MOSCOW — Rus­sian op­po­si­tion leader Alexei Navalny, one of Vladimir Putin’s fiercest crit­ics, lay in a coma Fri­day at a Siberian hospi­tal, the vic­tim of what his al­lies said ap­peared to be a poi­son­ing en­gi­neered by the Krem­lin.

Navalny’s or­ga­ni­za­tion was scram­bling to make ar­range­ments to trans­fer him to Ger­many.

The 44-year-old Navalny fell ill on a flight back to Moscow from the Siberian city of Tomsk on Thurs­day and was taken to a hospi­tal af­ter the plane made an emer­gency land­ing in Omsk, Navalny’s spokes­woman, Kira Yarmysh, said on Twit­ter.

She told the Echo Moskvy ra­dio sta­tion that he must have con­sumed poi­son in tea he drank at an air­port cafe be­fore board­ing the plane early Thurs­day. Dur­ing the flight,

Navalny started sweat­ing and asked her to talk to him so that he could “fo­cus on the sound of a voice.” He then went to the bath­room and lost con­scious­ness, and has been in a coma and on a ven­ti­la­tor in grave con­di­tion ever since.

In a video state­ment re­leased early Fri­day in Omsk, Yarmysh said Navalny re­mained in crit­i­cal con­di­tion and she called on the hospi­tal’s lead­er­ship “not to ob­struct us from pro­vid­ing all nec­es­sary doc­u­ments for his trans­fer.” It was not clear what the pos­si­ble ob­struc­tions could be.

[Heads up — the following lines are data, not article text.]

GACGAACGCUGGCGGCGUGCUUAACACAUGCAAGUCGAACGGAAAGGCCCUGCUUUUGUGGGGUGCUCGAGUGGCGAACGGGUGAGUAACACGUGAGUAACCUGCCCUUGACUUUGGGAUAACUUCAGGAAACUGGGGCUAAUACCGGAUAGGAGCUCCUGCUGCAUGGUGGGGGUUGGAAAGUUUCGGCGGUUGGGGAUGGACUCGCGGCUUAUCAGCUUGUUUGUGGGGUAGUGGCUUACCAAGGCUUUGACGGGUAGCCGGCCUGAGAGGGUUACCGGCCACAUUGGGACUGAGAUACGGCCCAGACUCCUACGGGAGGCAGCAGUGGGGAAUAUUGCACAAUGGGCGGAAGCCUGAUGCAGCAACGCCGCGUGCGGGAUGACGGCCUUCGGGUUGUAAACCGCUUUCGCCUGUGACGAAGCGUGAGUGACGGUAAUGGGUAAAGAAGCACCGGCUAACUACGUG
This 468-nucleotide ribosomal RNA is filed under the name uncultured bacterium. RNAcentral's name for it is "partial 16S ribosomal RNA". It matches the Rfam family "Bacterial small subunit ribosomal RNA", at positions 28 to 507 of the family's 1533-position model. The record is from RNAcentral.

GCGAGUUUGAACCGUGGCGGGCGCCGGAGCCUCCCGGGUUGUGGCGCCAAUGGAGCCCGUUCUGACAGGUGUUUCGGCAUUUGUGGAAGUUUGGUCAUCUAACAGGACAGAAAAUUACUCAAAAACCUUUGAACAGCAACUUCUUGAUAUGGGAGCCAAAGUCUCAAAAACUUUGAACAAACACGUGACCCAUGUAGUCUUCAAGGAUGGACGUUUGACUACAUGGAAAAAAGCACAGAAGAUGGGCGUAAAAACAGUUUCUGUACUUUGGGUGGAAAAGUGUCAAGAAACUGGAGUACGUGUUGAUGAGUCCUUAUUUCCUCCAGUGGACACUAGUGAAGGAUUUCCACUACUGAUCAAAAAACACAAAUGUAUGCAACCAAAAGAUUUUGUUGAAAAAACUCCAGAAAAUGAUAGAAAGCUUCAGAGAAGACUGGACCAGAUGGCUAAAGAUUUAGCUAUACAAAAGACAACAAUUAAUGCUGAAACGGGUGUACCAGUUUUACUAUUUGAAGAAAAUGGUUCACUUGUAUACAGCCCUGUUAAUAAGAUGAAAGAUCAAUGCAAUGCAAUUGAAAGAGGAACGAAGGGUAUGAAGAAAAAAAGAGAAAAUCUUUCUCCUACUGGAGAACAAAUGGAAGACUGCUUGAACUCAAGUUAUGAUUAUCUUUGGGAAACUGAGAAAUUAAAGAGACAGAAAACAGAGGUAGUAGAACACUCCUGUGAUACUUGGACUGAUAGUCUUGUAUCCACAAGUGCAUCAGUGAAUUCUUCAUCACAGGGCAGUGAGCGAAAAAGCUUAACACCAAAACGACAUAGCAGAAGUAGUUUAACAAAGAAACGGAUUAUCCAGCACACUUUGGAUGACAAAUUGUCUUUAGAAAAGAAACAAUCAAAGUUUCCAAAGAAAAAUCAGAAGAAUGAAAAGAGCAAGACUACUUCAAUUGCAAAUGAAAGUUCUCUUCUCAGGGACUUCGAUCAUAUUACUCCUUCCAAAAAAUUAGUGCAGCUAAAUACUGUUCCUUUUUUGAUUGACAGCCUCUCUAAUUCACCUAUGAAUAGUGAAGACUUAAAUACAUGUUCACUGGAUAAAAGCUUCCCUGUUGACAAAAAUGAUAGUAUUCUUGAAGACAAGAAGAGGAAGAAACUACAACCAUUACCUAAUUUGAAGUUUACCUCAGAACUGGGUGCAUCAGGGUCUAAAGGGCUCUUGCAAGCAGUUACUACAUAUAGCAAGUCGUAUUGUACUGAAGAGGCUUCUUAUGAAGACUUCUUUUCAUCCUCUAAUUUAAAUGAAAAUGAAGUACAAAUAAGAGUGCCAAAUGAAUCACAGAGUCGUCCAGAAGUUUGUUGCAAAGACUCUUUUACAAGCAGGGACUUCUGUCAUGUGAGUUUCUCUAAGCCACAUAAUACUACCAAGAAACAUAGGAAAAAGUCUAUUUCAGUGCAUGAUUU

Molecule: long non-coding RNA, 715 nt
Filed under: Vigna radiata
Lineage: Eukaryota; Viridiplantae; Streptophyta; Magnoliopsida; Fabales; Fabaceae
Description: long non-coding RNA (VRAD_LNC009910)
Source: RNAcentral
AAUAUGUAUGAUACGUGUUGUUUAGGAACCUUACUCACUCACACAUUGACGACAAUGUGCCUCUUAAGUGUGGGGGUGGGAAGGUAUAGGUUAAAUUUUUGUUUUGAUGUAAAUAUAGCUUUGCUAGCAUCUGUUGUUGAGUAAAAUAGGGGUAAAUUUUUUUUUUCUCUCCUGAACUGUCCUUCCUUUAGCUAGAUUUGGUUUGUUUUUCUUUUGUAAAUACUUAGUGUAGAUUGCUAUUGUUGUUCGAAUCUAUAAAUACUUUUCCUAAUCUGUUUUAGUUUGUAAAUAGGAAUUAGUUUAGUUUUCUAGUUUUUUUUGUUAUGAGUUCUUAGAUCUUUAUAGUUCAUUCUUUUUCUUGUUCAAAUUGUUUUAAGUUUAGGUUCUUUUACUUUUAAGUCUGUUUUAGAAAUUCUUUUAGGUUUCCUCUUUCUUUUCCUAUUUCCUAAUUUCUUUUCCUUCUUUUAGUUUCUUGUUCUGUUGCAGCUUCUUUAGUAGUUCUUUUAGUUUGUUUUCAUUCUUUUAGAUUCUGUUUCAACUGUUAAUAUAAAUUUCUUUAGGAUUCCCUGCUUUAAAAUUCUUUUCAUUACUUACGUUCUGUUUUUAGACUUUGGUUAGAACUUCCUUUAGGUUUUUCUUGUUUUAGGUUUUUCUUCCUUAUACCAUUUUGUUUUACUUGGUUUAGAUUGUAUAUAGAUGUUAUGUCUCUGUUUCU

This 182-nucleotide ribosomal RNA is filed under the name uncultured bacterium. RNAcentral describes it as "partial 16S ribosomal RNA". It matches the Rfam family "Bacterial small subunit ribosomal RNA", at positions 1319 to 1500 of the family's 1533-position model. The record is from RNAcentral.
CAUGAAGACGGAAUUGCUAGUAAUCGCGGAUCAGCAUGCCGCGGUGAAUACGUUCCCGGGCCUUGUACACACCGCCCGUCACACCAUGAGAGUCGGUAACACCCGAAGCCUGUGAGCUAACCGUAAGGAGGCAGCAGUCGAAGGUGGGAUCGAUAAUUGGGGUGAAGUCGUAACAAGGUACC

Other op­po­si­tion fig­ures were quick to sug­gest Krem­lin in­volve­ment.

Krem­lin spokesman Dmitry Peskov said it was nec­es­sary to wait for test re­sults show­ing what caused Navalny’s con­di­tion, adding the au­thor­i­ties would con­sider a re­quest to al­low Navalny to leave Rus­sia.

Alexei Navalny

Newspapers in English

Newspapers from USA

© PressReader. All rights reserved.